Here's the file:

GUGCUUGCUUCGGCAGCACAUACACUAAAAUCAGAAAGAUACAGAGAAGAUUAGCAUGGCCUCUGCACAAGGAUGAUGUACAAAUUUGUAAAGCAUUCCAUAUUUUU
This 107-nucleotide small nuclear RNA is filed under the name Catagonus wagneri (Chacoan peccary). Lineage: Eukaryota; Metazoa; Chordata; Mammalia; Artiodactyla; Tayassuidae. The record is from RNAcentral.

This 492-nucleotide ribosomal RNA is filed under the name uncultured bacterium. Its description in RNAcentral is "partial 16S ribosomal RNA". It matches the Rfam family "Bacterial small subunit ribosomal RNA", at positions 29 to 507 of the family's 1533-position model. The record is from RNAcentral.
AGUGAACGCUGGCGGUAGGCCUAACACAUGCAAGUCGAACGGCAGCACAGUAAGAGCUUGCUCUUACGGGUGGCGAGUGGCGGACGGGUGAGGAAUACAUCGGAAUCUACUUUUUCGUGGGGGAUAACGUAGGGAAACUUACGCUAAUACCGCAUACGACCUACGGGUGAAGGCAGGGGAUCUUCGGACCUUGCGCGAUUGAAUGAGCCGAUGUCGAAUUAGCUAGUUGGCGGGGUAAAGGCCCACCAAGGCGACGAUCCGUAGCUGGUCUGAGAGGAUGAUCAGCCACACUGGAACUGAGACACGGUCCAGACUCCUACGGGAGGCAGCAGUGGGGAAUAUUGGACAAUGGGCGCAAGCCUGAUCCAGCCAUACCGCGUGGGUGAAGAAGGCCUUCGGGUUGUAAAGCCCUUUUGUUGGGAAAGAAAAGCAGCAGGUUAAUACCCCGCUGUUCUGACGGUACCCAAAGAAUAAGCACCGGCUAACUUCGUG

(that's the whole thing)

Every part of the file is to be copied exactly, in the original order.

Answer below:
GUGCUUGCUUCGGCAGCACAUACACUAAAAUCAGAAAGAUACAGAGAAGAUUAGCAUGGCCUCUGCACAAGGAUGAUGUACAAAUUUGUAAAGCAUUCCAUAUUUUU
This 107-nucleotide small nuclear RNA is filed under the name Catagonus wagneri (Chacoan peccary). Lineage: Eukaryota; Metazoa; Chordata; Mammalia; Artiodactyla; Tayassuidae. The record is from RNAcentral.

This 492-nucleotide ribosomal RNA is filed under the name uncultured bacterium. Its description in RNAcentral is "partial 16S ribosomal RNA". It matches the Rfam family "Bacterial small subunit ribosomal RNA", at positions 29 to 507 of the family's 1533-position model. The record is from RNAcentral.
AGUGAACGCUGGCGGUAGGCCUAACACAUGCAAGUCGAACGGCAGCACAGUAAGAGCUUGCUCUUACGGGUGGCGAGUGGCGGACGGGUGAGGAAUACAUCGGAAUCUACUUUUUCGUGGGGGAUAACGUAGGGAAACUUACGCUAAUACCGCAUACGACCUACGGGUGAAGGCAGGGGAUCUUCGGACCUUGCGCGAUUGAAUGAGCCGAUGUCGAAUUAGCUAGUUGGCGGGGUAAAGGCCCACCAAGGCGACGAUCCGUAGCUGGUCUGAGAGGAUGAUCAGCCACACUGGAACUGAGACACGGUCCAGACUCCUACGGGAGGCAGCAGUGGGGAAUAUUGGACAAUGGGCGCAAGCCUGAUCCAGCCAUACCGCGUGGGUGAAGAAGGCCUUCGGGUUGUAAAGCCCUUUUGUUGGGAAAGAAAAGCAGCAGGUUAAUACCCCGCUGUUCUGACGGUACCCAAAGAAUAAGCACCGGCUAACUUCGUG